, 10 S. E. 2d 46), and the section as it existed before the 1937 amendment is still in effect ( Maryland Casualty Co. v. Stephens, 76 Ga. App. 723
, 47 S. E. 2d 108; Liberty Mutual Ins. Co. v. Crist, 86 Ga. App. 584
, 71 S. E. 2d 910). This section does not vest title to a claim against a third person for injury to an employee in the employer or insurance carrier. Travelers Ins. Co. v. Ga. Power Co., 51 Ga. App. 579
(1c) (181 S. E. 111); Lloyd Adams, Inc. v. Liberty Mutual Ins. Co., supra. This section circumscribes the employee's right to recover both compensation from the employer and damages from the third-party tortfeasor, but it confers no benefits upon the third person. Liberty Mutual Ins. Co. v. Crist, supra.
The defendant urges that, as a physician employed by the employer to furnish medical treatment to injured employees, he is not a "person other than the employer," against whom a "legal liability . . . to pay damages in respect" to a compensable injury may exist. It is said that the physician is always involved in a compensation case, since the medical treatment is furnished by the employer as a part of the statutory compensation plan. But an employee's common-law rights are preserved, even against an employer's general manager who injures the employee. Echols v. Chattooga Mercantile Co., 74 Ga. App. 18 (38 S. E. 2d 675). It is alleged that the defendant was "employed," but as a physician he would be charged with exercising his own judgment in determining the manner and methods of treating an injury. The National Lead Company was not engaged in the practice of medicine; rather, the defendant physician was engaged in his own profession as an independent contractor. His liability arises from the doctor-patient relationship with the plaintiff, and not from an employer-employee relationship. The physician attending the injured employee is not a party to the compensation case or settlement. Nothing in the Workmen's Compensation Act places an attending physician in a class with the employer.
It is finally contended that the maintenance of the present suit will lead to a double recovery of damages. But the subrogation provision of Code 114-403 and the form in which this suit was brought, for the use of the employer to the extent of the compensation paid and medical expenses incurred by the employer, protect against this result. Echols v. Chattooga Mercantile Co., supra; Murphy v. Holman, 179 Ga. 329 (176 S. E. 5).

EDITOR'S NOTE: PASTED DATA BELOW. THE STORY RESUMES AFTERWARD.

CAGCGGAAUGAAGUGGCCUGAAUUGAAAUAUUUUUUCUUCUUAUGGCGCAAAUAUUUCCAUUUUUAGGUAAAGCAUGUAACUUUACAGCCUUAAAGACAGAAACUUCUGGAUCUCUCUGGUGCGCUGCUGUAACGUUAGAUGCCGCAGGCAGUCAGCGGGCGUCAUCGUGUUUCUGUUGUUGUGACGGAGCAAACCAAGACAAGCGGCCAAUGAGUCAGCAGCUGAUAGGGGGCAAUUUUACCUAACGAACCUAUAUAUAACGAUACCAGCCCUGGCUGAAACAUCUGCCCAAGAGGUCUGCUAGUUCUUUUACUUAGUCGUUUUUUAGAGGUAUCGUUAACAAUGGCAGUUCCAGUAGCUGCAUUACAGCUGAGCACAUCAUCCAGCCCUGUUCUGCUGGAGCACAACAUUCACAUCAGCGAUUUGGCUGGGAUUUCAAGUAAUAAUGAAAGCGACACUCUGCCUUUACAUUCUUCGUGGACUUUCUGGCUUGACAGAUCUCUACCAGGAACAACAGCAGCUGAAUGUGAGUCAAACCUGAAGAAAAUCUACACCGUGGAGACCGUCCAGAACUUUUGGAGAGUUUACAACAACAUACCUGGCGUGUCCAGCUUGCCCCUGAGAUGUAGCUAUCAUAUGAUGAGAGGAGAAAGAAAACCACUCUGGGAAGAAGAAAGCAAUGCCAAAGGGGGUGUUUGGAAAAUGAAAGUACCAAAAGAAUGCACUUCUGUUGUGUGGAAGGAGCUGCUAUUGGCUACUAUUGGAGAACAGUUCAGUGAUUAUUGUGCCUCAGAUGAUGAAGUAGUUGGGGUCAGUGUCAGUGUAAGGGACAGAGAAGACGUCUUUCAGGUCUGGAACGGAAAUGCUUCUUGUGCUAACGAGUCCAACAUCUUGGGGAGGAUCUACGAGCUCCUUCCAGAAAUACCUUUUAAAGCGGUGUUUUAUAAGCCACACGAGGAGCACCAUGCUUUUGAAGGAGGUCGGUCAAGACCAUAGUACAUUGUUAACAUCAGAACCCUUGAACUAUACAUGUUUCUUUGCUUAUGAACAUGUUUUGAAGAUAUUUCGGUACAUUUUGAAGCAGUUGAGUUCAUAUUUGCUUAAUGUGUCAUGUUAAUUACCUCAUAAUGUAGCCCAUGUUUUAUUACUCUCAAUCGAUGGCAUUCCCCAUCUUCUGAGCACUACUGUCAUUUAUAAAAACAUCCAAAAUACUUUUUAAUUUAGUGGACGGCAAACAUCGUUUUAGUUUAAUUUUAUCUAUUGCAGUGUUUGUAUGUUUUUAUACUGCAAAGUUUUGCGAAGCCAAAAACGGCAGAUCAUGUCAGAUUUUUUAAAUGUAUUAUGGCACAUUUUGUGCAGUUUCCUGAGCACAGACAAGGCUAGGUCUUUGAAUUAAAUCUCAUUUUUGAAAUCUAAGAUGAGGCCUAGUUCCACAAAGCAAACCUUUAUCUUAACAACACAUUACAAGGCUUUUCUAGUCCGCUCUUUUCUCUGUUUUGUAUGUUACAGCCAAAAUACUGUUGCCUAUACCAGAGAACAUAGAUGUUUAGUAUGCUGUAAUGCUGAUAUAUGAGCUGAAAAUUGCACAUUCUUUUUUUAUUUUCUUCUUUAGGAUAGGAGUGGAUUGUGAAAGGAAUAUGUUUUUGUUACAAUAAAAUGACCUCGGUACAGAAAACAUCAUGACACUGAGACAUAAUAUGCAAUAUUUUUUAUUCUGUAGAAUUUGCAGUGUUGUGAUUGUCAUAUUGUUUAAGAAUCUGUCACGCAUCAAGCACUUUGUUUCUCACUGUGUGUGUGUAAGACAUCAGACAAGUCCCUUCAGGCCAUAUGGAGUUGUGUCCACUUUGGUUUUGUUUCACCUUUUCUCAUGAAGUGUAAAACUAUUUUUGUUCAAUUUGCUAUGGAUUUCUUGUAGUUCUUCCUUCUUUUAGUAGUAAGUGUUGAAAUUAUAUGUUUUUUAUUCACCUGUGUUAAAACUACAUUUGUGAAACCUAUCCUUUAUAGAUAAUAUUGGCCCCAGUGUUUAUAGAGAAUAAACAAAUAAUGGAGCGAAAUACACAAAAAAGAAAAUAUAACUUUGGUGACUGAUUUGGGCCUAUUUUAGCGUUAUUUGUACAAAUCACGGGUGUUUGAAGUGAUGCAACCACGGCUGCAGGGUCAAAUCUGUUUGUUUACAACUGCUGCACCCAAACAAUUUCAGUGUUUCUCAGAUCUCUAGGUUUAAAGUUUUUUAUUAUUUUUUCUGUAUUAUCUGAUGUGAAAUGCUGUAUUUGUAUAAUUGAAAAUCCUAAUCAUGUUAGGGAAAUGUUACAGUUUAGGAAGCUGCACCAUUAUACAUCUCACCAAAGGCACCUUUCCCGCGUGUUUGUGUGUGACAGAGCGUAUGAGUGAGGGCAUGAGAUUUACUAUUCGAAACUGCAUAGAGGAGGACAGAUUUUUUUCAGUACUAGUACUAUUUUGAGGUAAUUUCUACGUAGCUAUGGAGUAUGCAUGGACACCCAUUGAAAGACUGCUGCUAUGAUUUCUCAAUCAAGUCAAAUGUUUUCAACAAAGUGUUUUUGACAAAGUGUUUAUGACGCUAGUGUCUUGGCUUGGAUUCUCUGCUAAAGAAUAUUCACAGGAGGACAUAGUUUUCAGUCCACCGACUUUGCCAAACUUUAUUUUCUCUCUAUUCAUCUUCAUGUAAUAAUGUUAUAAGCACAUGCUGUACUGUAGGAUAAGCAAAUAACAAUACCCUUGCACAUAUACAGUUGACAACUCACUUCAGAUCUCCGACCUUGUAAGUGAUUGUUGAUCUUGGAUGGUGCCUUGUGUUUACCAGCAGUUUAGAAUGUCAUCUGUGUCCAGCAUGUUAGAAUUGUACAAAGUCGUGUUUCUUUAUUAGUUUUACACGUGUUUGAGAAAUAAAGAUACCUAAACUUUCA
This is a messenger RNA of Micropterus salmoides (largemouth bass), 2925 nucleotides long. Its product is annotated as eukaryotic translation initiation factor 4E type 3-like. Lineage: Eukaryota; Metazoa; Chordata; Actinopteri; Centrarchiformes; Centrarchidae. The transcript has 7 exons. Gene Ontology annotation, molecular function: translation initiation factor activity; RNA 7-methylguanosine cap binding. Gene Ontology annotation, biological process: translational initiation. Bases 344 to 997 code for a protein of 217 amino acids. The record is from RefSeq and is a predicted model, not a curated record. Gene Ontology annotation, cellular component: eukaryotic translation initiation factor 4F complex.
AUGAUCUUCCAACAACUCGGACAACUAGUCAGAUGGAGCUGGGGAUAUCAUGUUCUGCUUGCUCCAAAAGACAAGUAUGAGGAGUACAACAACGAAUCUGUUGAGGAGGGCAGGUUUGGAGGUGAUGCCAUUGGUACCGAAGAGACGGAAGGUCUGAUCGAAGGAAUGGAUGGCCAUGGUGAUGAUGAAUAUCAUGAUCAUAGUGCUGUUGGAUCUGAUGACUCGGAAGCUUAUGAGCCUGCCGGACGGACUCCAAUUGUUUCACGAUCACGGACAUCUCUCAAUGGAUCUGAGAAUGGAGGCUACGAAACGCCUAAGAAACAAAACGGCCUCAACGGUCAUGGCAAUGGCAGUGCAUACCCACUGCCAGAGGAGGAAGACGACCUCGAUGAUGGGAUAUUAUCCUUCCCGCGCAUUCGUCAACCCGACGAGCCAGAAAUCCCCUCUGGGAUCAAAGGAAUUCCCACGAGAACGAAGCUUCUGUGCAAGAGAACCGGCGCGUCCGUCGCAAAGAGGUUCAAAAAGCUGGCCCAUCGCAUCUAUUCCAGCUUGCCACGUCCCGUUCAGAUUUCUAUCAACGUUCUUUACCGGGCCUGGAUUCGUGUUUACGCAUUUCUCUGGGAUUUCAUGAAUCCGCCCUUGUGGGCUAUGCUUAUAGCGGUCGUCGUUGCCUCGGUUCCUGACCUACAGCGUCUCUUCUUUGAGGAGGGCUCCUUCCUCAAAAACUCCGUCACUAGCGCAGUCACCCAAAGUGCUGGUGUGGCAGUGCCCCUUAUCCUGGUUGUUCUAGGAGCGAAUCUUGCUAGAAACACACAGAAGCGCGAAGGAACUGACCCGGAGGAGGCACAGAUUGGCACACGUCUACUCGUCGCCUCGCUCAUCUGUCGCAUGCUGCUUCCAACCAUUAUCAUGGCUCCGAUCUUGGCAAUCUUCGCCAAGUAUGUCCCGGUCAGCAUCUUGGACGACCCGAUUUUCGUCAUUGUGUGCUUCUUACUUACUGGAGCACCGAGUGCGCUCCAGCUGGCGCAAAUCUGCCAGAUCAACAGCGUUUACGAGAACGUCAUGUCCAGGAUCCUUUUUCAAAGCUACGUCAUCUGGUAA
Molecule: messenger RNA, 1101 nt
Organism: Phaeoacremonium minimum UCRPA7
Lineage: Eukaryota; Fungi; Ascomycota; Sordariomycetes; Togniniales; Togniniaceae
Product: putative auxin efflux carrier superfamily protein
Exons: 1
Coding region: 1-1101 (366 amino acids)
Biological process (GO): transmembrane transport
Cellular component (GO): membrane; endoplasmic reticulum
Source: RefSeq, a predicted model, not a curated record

The case of McConnell v. Hames, 45 Ga. App. 307 (164 S. E. 476), held that a demurrer was properly sustained to a joint suit against an insurance carrier, for its negligence in furnishing incompetent physicians to treat the plaintiff's injuries, and against the two attending physicians, for their malpractice. The reasoning of the case seems to be that the physicians and the insurance carrier (representing the employer's interest) were joint tortfeasors; and, following the dictum in Athens Ry. &c. Co. v. Kinney, supra, that the employee was not entitled to sue a third party who was a joint tortfeasor with the employer. This was pronounced obiter in Echols v. Chattooga Mercantile Co., supra, citing Rome Ry. &c. Co. v. Jones, 33 Ga. App. 617 (127 S. E. 786), as holding to the contrary. The McConnell case does not appear to have been thoroughly considered, and was decided by only two judges. We decline to follow it, if it is opposed to what we hold in this case.
Counsel for the defendant have pointed out to us authority from other jurisdictions as supporting what is said to be the majority rule. Without attempting to say which rule prevails in the greater number of jurisdictions, we find the following cases in support of the ruling we make: Schumacher v. Leslie, 360 Mo. 1238 (232 S. W. 2d 913), overruling Hanson v. Norton, 340 Mo. 1012 (103 S. W. 2d 1); Seaton v. U. S. Rubber Co., 223 Ind. 404 (61 N. E. 2d 177); Hancock v. Halliday, 65 Idaho 645 (150 Pac. 2d 137); Duprey v. Shane, 39 Cal. 2d 781 (249 Pac. 2d 8); McGough v. McCarthy Improvement Co., 206 Minn. 1 (287 N. W. 857); Hoffman v. Houston Clinic, Tex. Civ. App., 41 S. W. 2d 134; Keen v. Allison, 166 Tenn. 218 (60 S. W. 2d 158); Huntoon v. Pritchard, 371 Ill. 36 (20 N. E. 2d 53); Froid v. Knowles, 95 Colo. 223 (36 Pac. 2d 156); Baker v. Wycoff, 95 Utah 199 (79 Pac. 2d 77). In some of the cases ruling to the contrary, we find persuasive dissenting opinions: Overbeek v. Nex, 261 Mich. 156, 164 (246 N. W. 196); Williams v. Dale, 139 Ore. 105, 113 (8 Pac. 2d 578, 82 A. L. R. 922); Polucha v. Landes, 60 N. Dak. 159, 175 (233 N. W. 264); Makarenko v. Scott, 132 W. Va. 430, 452 (55 S. E. 2d 88).
In a case construing sections of the Virginia Compensation Act which are substantially the same as our Code 114-103, 114-403, and 114-502, the Supreme Court of Appeals of Virginia unanimously held, as we do now, that an employee, who had been injured in an accident arising out of and in the course of his employment and lead been awarded and had accepted the benefits provided under the workmen's compensation act, was not thereby barred from maintaining an action against a physician or surgeon for malpractice in treating the injuries resulting from the accident. Fauver v. Bell, 192 Va. 518 (65 S. E. 2d 575). The court did not err in overruling the demurrer to the petition.
Judgment affirmed. Felton, C. J., and Quillian, J., concur.